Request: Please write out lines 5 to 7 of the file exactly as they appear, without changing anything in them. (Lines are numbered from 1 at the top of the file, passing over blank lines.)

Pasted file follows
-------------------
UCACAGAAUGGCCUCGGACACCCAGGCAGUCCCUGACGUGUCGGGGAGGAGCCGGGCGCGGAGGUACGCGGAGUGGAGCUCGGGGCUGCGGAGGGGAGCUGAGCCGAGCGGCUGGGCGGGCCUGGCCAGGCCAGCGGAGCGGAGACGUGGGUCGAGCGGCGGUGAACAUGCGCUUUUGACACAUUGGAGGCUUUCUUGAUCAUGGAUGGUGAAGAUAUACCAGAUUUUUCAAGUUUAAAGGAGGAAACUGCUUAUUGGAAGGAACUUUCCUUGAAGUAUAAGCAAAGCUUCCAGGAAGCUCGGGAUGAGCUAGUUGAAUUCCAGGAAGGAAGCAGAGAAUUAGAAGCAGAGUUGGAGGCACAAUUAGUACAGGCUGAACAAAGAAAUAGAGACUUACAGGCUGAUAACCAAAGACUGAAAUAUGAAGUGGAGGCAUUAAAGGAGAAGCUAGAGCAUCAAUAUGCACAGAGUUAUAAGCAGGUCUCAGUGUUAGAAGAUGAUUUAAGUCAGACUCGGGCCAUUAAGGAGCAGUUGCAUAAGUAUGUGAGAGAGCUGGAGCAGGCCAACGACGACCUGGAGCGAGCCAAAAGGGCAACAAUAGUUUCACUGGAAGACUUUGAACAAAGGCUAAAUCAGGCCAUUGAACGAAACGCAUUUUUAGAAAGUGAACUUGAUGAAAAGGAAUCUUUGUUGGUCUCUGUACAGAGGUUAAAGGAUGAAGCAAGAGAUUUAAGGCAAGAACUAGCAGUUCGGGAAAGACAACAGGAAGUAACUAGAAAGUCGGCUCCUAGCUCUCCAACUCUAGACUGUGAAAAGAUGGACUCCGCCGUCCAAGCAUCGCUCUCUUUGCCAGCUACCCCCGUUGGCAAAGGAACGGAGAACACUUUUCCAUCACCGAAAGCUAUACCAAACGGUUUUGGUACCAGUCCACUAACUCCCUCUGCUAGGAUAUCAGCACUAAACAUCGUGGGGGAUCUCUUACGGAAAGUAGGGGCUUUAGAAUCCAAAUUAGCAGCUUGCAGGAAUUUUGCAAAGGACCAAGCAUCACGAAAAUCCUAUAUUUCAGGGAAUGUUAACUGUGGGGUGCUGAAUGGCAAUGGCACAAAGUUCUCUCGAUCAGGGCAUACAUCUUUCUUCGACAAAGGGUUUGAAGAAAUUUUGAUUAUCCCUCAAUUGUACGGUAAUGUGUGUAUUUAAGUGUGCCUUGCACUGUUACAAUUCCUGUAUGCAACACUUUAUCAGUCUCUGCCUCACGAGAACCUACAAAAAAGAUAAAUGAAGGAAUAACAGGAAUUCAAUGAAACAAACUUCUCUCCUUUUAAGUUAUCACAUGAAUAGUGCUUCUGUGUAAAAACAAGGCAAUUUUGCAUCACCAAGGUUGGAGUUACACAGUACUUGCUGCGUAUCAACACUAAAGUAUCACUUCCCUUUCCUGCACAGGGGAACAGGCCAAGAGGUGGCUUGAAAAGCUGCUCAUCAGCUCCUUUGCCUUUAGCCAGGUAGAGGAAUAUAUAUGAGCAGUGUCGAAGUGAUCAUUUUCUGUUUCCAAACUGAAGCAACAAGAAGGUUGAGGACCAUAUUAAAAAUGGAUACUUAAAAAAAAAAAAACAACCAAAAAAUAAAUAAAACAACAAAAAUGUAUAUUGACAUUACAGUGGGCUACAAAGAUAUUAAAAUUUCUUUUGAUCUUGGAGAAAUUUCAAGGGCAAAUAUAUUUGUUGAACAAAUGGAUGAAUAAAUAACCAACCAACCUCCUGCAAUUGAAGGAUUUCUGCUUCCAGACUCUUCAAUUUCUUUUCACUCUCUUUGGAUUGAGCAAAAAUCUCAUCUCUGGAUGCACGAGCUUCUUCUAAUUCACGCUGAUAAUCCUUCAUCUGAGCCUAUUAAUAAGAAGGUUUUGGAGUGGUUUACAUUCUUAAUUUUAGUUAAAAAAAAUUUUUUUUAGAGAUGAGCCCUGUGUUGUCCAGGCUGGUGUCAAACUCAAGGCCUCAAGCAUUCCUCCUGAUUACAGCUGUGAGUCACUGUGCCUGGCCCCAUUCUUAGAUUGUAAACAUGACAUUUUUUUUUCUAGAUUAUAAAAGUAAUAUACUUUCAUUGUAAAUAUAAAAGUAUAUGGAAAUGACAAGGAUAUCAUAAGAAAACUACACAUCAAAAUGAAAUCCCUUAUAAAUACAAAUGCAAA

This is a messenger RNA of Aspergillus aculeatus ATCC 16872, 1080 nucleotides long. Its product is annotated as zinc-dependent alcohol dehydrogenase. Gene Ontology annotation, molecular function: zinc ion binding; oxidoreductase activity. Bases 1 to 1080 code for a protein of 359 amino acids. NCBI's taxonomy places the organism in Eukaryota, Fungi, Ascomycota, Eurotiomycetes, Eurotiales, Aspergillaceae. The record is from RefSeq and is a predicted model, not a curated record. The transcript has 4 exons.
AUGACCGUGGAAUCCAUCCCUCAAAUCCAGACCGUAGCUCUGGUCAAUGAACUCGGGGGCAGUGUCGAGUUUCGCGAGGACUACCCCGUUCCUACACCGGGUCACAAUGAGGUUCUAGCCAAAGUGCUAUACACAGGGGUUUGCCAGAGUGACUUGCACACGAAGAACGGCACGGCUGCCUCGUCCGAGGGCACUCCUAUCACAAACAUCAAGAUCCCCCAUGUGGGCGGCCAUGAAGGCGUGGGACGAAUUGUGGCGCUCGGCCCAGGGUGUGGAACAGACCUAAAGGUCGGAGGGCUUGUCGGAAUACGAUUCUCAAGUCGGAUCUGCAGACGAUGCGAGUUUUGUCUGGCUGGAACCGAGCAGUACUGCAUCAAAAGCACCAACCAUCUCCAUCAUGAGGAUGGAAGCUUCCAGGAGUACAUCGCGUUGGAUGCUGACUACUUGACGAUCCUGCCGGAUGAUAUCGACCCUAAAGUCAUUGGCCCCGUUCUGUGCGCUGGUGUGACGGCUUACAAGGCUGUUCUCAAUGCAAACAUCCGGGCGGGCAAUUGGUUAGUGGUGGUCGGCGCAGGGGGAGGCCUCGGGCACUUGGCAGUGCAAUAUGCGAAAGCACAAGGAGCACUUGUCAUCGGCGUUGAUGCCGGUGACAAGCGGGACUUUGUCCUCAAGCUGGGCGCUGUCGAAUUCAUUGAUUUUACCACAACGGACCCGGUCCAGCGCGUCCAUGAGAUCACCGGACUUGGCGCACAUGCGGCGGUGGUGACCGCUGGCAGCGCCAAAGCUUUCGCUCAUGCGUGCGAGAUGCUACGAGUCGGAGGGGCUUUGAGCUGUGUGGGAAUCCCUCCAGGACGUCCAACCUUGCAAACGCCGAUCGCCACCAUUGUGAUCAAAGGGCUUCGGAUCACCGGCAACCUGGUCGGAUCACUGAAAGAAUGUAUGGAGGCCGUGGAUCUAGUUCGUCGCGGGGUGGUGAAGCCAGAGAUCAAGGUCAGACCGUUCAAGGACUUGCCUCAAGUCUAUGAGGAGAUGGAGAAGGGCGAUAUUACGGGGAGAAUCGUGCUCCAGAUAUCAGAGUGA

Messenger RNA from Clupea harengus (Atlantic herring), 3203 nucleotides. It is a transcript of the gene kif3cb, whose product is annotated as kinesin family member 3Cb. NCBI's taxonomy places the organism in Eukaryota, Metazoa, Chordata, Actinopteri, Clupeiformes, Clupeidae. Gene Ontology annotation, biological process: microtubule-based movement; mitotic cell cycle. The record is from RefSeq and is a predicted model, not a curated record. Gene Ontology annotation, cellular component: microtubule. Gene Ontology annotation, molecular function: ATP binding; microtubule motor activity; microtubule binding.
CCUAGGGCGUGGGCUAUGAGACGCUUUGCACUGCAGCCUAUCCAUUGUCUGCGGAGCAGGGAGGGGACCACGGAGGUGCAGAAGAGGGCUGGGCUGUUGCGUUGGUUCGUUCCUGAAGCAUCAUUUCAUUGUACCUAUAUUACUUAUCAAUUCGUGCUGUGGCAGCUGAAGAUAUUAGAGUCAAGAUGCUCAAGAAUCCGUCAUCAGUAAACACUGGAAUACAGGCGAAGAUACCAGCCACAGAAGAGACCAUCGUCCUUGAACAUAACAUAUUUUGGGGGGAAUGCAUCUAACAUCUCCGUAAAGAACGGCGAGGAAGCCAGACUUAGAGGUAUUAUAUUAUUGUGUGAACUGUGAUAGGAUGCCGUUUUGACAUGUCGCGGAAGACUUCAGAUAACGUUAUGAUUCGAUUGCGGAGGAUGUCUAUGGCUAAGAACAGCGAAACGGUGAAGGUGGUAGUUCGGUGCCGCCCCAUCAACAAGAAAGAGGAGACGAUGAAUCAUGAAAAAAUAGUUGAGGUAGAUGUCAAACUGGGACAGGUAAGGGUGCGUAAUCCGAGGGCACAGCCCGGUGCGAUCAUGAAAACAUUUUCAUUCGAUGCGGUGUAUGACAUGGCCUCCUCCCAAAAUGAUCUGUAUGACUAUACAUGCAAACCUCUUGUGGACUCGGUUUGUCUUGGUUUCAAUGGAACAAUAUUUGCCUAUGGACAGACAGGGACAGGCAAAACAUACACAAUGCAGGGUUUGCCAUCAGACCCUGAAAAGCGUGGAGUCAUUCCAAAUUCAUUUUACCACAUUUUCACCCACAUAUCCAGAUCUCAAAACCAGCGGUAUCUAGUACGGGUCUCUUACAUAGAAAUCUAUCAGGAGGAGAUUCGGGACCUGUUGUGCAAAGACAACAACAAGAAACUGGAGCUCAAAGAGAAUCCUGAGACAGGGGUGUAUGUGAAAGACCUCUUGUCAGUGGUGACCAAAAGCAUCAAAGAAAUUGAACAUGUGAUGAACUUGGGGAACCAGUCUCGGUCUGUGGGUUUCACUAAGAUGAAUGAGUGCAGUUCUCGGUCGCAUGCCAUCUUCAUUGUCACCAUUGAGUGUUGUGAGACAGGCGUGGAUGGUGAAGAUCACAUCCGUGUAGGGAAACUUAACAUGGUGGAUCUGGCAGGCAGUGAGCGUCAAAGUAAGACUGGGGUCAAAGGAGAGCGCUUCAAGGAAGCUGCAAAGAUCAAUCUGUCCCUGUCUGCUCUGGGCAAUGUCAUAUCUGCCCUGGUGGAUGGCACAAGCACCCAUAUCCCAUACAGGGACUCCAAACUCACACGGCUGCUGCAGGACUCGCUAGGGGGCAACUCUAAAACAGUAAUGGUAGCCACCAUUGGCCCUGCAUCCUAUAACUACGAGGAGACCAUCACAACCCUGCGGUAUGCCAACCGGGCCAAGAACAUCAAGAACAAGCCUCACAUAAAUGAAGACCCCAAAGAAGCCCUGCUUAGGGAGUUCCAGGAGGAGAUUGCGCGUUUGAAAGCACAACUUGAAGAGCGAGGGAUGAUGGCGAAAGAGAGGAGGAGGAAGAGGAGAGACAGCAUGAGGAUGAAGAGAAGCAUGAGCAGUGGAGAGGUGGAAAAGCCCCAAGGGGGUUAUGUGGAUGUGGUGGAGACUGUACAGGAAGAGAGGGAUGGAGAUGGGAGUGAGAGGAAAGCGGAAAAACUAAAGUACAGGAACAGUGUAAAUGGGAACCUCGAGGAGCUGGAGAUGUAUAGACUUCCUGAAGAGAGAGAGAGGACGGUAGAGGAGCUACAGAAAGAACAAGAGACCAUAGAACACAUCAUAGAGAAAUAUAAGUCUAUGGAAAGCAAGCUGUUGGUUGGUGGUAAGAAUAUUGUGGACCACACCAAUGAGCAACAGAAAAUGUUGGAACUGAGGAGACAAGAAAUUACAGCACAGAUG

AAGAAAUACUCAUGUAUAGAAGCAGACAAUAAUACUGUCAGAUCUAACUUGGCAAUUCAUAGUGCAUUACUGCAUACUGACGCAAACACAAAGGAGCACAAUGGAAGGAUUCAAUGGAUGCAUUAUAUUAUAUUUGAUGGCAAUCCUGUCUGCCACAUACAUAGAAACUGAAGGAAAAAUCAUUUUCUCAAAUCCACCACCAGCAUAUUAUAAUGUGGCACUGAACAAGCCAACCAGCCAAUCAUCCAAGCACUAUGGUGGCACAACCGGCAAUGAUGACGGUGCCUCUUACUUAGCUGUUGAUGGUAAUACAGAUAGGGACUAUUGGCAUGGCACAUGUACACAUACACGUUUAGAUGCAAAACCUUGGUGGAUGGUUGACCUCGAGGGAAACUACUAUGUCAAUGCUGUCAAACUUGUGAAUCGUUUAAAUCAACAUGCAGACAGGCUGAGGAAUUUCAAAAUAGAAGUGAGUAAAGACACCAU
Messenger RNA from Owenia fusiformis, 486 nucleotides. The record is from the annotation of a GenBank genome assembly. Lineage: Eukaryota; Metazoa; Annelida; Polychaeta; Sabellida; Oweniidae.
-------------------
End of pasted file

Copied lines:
CCUAGGGCGUGGGCUAUGAGACGCUUUGCACUGCAGCCUAUCCAUUGUCUGCGGAGCAGGGAGGGGACCACGGAGGUGCAGAAGAGGGCUGGGCUGUUGCGUUGGUUCGUUCCUGAAGCAUCAUUUCAUUGUACCUAUAUUACUUAUCAAUUCGUGCUGUGGCAGCUGAAGAUAUUAGAGUCAAGAUGCUCAAGAAUCCGUCAUCAGUAAACACUGGAAUACAGGCGAAGAUACCAGCCACAGAAGAGACCAUCGUCCUUGAACAUAACAUAUUUUGGGGGGAAUGCAUCUAACAUCUCCGUAAAGAACGGCGAGGAAGCCAGACUUAGAGGUAUUAUAUUAUUGUGUGAACUGUGAUAGGAUGCCGUUUUGACAUGUCGCGGAAGACUUCAGAUAACGUUAUGAUUCGAUUGCGGAGGAUGUCUAUGGCUAAGAACAGCGAAACGGUGAAGGUGGUAGUUCGGUGCCGCCCCAUCAACAAGAAAGAGGAGACGAUGAAUCAUGAAAAAAUAGUUGAGGUAGAUGUCAAACUGGGACAGGUAAGGGUGCGUAAUCCGAGGGCACAGCCCGGUGCGAUCAUGAAAACAUUUUCAUUCGAUGCGGUGUAUGACAUGGCCUCCUCCCAAAAUGAUCUGUAUGACUAUACAUGCAAACCUCUUGUGGACUCGGUUUGUCUUGGUUUCAAUGGAACAAUAUUUGCCUAUGGACAGACAGGGACAGGCAAAACAUACACAAUGCAGGGUUUGCCAUCAGACCCUGAAAAGCGUGGAGUCAUUCCAAAUUCAUUUUACCACAUUUUCACCCACAUAUCCAGAUCUCAAAACCAGCGGUAUCUAGUACGGGUCUCUUACAUAGAAAUCUAUCAGGAGGAGAUUCGGGACCUGUUGUGCAAAGACAACAACAAGAAACUGGAGCUCAAAGAGAAUCCUGAGACAGGGGUGUAUGUGAAAGACCUCUUGUCAGUGGUGACCAAAAGCAUCAAAGAAAUUGAACAUGUGAUGAACUUGGGGAACCAGUCUCGGUCUGUGGGUUUCACUAAGAUGAAUGAGUGCAGUUCUCGGUCGCAUGCCAUCUUCAUUGUCACCAUUGAGUGUUGUGAGACAGGCGUGGAUGGUGAAGAUCACAUCCGUGUAGGGAAACUUAACAUGGUGGAUCUGGCAGGCAGUGAGCGUCAAAGUAAGACUGGGGUCAAAGGAGAGCGCUUCAAGGAAGCUGCAAAGAUCAAUCUGUCCCUGUCUGCUCUGGGCAAUGUCAUAUCUGCCCUGGUGGAUGGCACAAGCACCCAUAUCCCAUACAGGGACUCCAAACUCACACGGCUGCUGCAGGACUCGCUAGGGGGCAACUCUAAAACAGUAAUGGUAGCCACCAUUGGCCCUGCAUCCUAUAACUACGAGGAGACCAUCACAACCCUGCGGUAUGCCAACCGGGCCAAGAACAUCAAGAACAAGCCUCACAUAAAUGAAGACCCCAAAGAAGCCCUGCUUAGGGAGUUCCAGGAGGAGAUUGCGCGUUUGAAAGCACAACUUGAAGAGCGAGGGAUGAUGGCGAAAGAGAGGAGGAGGAAGAGGAGAGACAGCAUGAGGAUGAAGAGAAGCAUGAGCAGUGGAGAGGUGGAAAAGCCCCAAGGGGGUUAUGUGGAUGUGGUGGAGACUGUACAGGAAGAGAGGGAUGGAGAUGGGAGUGAGAGGAAAGCGGAAAAACUAAAGUACAGGAACAGUGUAAAUGGGAACCUCGAGGAGCUGGAGAUGUAUAGACUUCCUGAAGAGAGAGAGAGGACGGUAGAGGAGCUACAGAAAGAACAAGAGACCAUAGAACACAUCAUAGAGAAAUAUAAGUCUAUGGAAAGCAAGCUGUUGGUUGGUGGUAAGAAUAUUGUGGACCACACCAAUGAGCAACAGAAAAUGUUGGAACUGAGGAGACAAGAAAUUACAGCACAGAUG

AAGAAAUACUCAUGUAUAGAAGCAGACAAUAAUACUGUCAGAUCUAACUUGGCAAUUCAUAGUGCAUUACUGCAUACUGACGCAAACACAAAGGAGCACAAUGGAAGGAUUCAAUGGAUGCAUUAUAUUAUAUUUGAUGGCAAUCCUGUCUGCCACAUACAUAGAAACUGAAGGAAAAAUCAUUUUCUCAAAUCCACCACCAGCAUAUUAUAAUGUGGCACUGAACAAGCCAACCAGCCAAUCAUCCAAGCACUAUGGUGGCACAACCGGCAAUGAUGACGGUGCCUCUUACUUAGCUGUUGAUGGUAAUACAGAUAGGGACUAUUGGCAUGGCACAUGUACACAUACACGUUUAGAUGCAAAACCUUGGUGGAUGGUUGACCUCGAGGGAAACUACUAUGUCAAUGCUGUCAAACUUGUGAAUCGUUUAAAUCAACAUGCAGACAGGCUGAGGAAUUUCAAAAUAGAAGUGAGUAAAGACACCAU
Messenger RNA from Owenia fusiformis, 486 nucleotides. The record is from the annotation of a GenBank genome assembly. Lineage: Eukaryota; Metazoa; Annelida; Polychaeta; Sabellida; Oweniidae.